A Carving Named “Family”

[[  Most recent update:  03 December 2012  ]]

Pictured below is a carving in redwood that I have named “Family”.

Beginning with the top photo (left-to-right; top-to-bottom) each photo is turned about 45 degrees, in relation to the previous photo.

The carving has a traditional brightwork finish: five layers of marine-grade spar varnish followed by two layers of paste floor wax.  This produces the high gloss finish you see in the photos.


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Möbius Strips, Part 1

[[  Most recent Update:  29 December 2012  ]]

One of my favorite objects for wood carving is the Möbius strip.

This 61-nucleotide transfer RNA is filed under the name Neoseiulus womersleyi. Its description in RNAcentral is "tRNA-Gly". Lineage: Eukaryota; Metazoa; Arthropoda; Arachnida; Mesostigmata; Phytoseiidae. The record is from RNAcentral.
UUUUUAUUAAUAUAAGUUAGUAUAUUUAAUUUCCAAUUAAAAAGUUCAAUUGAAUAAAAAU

A “pure” Möbius strip would have no thickness, but I prefer to deal with physical reality rather than mathematical concepts. If you want an exhaustive (and exhausting) mathematical treatment of the Möbius strip, I recommend


A simple Möbius strip is easily made using a strip of paper with a half-twist, then connect it’s ends together, and I use these as models for my woodcarving projects.

The Möbius strip has two basic forms:
[] A right-hand twist, and . . .
[] A left-hand twist.

There are virtually endless variations possible with the Möbius strip. They can be skinny or fat, long or short, single twist or multiple twists, and can be made to resemble various objects; thus providing more carving opportunities than one can ever achieve. For example, here is one that I call a “Möbius Bird”.

In Möbius Strips, Part 2 we (YOU and I ) will take a look at a few cravings of Möbius strips, both finished works, and one that is a work in progress.

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Make a Dodecahedron, Part 3